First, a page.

A new series in which I explore parts of London (and other spots), giving my camera a good workout while I'm there, and flex my writing muscles when I get back to my desk. First up, Nunhead Cemetery. Well, it's practically in my back garden - it'd be rude not to.
One of the Magnificent Seven cemeteries, Nunhead Cemetery isn't a modern graveyard by any stretch of the imagination, and therein lies its charm. Expectations of tarmac paths and manicured lawns are soon washed away by winding gravel walkways and overgrown greenery.
Mother Nature rules here, and she wants everyone to know it. She dictates the gentle meandering of the paths -- paths that are really more like living tunnels, thanks to the near-complete canopy of trees overhead, leaning in towards the centre to form an arboreal guard of honour to anyone who has the privilege to walk through.
|Mother Nature dictates where human footsteps can - and cannot -go|
I strolled so far without encountering a single other soul, I was begin to believe I had actually travelled back in time to the 19th century. There was nothing around to date the scene, no point of temporal reference. Not an electric light, nor a pylon. Even the dates and names on most of the gravestones were mostly illegible, erased by the years and the elements.
By this point, a Victorian chap in a top hat wouldn't have been a shocking thing to find round the next bend.
The only sound was birdsong, plenty of it, and the occasional airplane overhead. Once or twice, the crunching footsteps of a fellow living being on a gravel footpath nearby jolted me back into my surroundings. The trees formed a curtain between us, so although they were only a few feet away, I couldn't actually see them. Still, their presence was reassuring.
There's an air of Jurassic Park to the place, and it's hard to tell what's been there longer - or which is holding the other up -the decrepit, gnarled trees or the greening, mossy graves.
Among the wonky, aged headstones, a more modern sight appears. It seems to be a war memorial area, the gravestones all lined with military precision, as the soldiers they represent would have been in real life, and so much cleaner than the other masonry.
Closer inspection reveals an even sadder sight; to the right of the war memorial headstones is a carved stone commemorating a local group of Scouts who drowned off the Isle of Sheppey in 1912. Nine of them, all named, and all aged 11-14 when they perished.
I wander on, deep and thought, and arrive at the what was once the central chapel of the cemetery. It's now a ruin, but on a Sunday morning, it's a bustling meeting point for families dog walkers, joggers. A meeting point for life. Suddenly the kids whizzing through the cemetery on scooters, the people throwing balls for their dogs and the joggers plugged into their headphones seem...insensitive. They're all using it as a regular park, when really, it's not a regular park at all.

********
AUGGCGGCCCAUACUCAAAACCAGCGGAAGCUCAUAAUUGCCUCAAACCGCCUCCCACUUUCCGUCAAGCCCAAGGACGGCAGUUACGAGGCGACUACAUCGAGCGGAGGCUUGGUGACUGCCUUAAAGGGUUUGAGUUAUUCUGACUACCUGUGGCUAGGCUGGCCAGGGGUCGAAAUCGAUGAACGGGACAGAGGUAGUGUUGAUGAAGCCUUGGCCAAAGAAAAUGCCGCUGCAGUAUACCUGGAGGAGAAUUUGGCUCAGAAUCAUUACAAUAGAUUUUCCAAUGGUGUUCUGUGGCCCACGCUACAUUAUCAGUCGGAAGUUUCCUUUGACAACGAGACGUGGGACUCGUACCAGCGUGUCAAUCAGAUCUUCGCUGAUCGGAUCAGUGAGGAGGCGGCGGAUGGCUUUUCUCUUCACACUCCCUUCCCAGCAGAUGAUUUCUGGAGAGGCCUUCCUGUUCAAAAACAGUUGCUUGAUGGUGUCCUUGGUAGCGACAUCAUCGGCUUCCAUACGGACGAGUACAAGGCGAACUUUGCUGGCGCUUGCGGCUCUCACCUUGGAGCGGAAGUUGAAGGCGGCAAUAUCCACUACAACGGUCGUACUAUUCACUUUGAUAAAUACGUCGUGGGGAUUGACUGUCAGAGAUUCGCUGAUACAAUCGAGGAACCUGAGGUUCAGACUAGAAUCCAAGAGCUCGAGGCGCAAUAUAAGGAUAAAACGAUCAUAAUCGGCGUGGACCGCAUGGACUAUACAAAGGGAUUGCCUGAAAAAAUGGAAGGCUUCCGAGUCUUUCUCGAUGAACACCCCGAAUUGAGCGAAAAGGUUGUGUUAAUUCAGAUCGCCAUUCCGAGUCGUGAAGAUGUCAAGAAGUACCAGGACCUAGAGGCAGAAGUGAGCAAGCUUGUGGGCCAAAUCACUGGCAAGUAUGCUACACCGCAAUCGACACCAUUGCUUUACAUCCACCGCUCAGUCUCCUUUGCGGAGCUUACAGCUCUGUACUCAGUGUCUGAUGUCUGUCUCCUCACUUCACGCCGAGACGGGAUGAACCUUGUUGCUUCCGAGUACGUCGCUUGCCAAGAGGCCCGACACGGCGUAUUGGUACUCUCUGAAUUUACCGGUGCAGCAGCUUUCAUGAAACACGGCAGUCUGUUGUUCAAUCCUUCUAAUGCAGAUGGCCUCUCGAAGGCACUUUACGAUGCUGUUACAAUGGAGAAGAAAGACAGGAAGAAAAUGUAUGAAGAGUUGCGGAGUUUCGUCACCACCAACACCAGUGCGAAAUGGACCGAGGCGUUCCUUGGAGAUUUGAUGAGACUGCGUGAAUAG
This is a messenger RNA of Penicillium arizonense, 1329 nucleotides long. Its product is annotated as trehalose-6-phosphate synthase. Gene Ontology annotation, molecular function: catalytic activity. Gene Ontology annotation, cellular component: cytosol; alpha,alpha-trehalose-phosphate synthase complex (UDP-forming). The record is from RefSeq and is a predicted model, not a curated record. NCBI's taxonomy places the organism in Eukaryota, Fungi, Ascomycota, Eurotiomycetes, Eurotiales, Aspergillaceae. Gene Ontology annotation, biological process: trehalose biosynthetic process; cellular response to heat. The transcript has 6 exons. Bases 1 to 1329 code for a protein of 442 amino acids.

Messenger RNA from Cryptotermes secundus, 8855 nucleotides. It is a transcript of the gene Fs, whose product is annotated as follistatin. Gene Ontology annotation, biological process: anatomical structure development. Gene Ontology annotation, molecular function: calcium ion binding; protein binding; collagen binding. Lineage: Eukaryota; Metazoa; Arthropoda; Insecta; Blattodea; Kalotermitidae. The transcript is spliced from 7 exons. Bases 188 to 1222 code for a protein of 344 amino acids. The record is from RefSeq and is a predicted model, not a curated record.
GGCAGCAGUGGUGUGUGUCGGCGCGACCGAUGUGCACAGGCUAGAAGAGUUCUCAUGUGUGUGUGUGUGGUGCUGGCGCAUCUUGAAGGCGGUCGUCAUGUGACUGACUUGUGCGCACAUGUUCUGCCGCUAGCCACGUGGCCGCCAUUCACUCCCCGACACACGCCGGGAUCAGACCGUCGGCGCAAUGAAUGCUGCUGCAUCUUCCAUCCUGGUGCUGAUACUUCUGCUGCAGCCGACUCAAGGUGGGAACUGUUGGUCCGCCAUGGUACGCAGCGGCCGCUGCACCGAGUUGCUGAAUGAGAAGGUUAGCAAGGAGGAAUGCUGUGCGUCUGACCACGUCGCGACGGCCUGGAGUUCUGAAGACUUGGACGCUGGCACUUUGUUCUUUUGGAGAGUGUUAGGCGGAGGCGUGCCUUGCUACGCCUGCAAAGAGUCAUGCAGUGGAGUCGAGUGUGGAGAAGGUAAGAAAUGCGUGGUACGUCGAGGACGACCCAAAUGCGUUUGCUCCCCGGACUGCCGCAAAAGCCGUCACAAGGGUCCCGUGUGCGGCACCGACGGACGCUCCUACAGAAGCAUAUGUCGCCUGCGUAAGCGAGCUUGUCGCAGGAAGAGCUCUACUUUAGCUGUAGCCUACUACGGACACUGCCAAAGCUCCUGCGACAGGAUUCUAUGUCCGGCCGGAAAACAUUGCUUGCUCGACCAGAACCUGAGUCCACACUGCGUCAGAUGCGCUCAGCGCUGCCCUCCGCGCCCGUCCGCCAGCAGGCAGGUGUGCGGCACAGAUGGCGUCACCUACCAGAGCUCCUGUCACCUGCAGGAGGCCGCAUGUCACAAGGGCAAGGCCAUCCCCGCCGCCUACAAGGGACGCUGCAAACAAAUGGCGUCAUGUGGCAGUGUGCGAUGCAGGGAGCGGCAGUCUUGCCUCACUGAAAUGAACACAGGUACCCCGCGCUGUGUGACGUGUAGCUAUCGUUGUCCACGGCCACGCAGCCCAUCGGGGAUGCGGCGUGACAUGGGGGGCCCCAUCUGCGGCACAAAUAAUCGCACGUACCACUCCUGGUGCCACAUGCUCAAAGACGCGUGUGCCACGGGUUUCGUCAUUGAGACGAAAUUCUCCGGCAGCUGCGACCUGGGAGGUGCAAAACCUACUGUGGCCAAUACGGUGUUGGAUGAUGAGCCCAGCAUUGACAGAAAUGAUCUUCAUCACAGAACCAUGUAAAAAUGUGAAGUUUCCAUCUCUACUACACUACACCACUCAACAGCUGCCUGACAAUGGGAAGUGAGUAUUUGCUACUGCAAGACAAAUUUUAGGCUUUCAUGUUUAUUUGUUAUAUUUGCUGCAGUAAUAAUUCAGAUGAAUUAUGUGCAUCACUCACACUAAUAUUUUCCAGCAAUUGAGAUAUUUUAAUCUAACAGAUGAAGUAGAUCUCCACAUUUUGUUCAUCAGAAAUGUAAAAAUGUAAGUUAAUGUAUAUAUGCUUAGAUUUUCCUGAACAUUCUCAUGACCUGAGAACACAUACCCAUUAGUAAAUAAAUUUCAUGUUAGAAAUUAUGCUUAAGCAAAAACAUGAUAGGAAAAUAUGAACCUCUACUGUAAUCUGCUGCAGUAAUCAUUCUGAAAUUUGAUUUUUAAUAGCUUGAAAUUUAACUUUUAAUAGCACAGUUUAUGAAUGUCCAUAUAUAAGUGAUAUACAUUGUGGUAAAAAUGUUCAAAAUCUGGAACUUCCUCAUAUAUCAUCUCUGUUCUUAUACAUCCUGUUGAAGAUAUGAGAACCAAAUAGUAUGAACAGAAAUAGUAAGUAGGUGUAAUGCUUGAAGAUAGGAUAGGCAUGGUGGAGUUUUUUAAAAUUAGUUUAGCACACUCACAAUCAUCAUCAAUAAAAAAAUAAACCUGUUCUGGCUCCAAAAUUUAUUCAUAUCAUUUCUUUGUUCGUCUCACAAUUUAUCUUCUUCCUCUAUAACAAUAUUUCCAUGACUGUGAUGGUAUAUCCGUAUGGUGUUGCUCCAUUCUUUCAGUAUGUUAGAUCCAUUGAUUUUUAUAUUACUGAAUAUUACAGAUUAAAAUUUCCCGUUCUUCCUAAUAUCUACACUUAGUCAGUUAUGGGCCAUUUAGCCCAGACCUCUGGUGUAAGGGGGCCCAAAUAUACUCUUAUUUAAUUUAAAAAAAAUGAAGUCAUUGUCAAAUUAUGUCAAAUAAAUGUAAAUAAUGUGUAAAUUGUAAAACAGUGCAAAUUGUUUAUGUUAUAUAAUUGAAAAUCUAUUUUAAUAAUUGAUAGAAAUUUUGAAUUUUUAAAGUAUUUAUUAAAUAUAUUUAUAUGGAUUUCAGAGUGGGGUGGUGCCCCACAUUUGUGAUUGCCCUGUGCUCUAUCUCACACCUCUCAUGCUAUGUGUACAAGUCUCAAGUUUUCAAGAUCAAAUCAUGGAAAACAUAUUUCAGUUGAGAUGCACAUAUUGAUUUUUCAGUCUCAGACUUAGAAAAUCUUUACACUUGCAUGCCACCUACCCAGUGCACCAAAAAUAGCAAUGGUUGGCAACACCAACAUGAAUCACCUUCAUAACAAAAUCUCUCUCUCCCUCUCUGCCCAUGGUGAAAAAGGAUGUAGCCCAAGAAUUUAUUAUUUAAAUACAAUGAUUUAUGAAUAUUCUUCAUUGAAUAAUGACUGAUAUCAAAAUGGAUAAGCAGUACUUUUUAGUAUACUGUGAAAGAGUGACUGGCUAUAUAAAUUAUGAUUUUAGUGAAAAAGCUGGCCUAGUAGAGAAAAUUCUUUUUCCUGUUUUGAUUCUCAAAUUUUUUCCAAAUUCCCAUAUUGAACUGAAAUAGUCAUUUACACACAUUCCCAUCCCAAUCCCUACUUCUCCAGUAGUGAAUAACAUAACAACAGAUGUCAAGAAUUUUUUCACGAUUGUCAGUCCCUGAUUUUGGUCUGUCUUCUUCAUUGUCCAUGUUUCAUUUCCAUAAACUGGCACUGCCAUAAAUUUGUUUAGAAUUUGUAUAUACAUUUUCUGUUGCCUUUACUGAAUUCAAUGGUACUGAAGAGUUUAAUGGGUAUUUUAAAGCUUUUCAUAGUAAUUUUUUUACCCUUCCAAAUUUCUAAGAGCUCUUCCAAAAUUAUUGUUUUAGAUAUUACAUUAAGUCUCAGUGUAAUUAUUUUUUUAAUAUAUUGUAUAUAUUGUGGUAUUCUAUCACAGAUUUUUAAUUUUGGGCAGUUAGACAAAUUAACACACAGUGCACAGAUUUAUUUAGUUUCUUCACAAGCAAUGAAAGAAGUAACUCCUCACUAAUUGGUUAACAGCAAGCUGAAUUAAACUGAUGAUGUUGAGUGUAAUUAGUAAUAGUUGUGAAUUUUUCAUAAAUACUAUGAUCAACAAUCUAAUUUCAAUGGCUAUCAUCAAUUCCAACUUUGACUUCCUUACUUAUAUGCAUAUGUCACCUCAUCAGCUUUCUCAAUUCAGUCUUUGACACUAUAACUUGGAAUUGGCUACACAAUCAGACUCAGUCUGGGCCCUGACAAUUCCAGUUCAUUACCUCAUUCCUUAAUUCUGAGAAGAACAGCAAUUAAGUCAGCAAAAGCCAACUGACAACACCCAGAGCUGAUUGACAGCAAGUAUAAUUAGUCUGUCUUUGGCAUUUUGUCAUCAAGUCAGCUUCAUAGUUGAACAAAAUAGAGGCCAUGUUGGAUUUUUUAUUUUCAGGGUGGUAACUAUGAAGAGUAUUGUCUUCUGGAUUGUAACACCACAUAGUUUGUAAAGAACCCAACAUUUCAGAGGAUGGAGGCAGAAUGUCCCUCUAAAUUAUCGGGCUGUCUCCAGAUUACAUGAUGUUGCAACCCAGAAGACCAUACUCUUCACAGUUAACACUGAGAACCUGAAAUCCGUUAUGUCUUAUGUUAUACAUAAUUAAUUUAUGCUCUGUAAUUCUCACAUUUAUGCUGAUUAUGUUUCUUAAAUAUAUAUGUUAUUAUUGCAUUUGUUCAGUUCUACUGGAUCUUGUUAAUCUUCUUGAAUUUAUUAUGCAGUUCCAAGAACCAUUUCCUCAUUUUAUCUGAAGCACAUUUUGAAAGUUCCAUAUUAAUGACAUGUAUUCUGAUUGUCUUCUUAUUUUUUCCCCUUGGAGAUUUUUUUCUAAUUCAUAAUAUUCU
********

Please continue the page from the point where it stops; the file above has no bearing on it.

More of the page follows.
Further snaking though woodland paths reveals the main entrance - I must have arrived via the tradesmens' entrance. A quick glance at the map board points out a viewpoint on the western perimeter of the cemetery. I love a view, me, and it's certainly a good enough reason to follow the path that skirts the western edge of the cemetery.
Round here, it's a bit livelier again, with dog walkers and ramblers going about their business. It's clear that no-one's brushed up on their cemetery greeting etiquette that morning. In a very British way, passing people half mumble at each other, not entirely sure whether to say hello or not. It's odd, really: we're clearly not here as mourners, me with my camera, them with their dogs. Indeed, mourners for the residents of this particularly cemetery are probably now the mourned themselves, so distance are some of the fading dates on the gravestones.
At the bottom of what transpires to be a steepish incline, the path is thick with mud in patches, even on a hot day in July. The sun never reaches these corners, kept out by the thick canopy of leaves, and that itself is a chilling thought.
Continue with the uphill amble, past a wild pond, and soon you'll be rewarded, not just with a bench -- which, to be fair, would be reward enough itself at this point in the battle against gravity, like the inexperienced hill climber's equivalent to shimmering in the desert -- but with this corker of a view:
I can only guess that this is one of the protected sightlines of St Paul's; you can't see it here, but out of shot, the trees had been so as to frame this view. This alone is worth the trip to Nunhead Cemetery, climbing the hill, waiting until a group of hikers had finished using the bench so that I could sit down and take it all in properly. And to think -- it's practically in my back garden.
Where in London should I visit next in this series? Suggestions in the comments below please.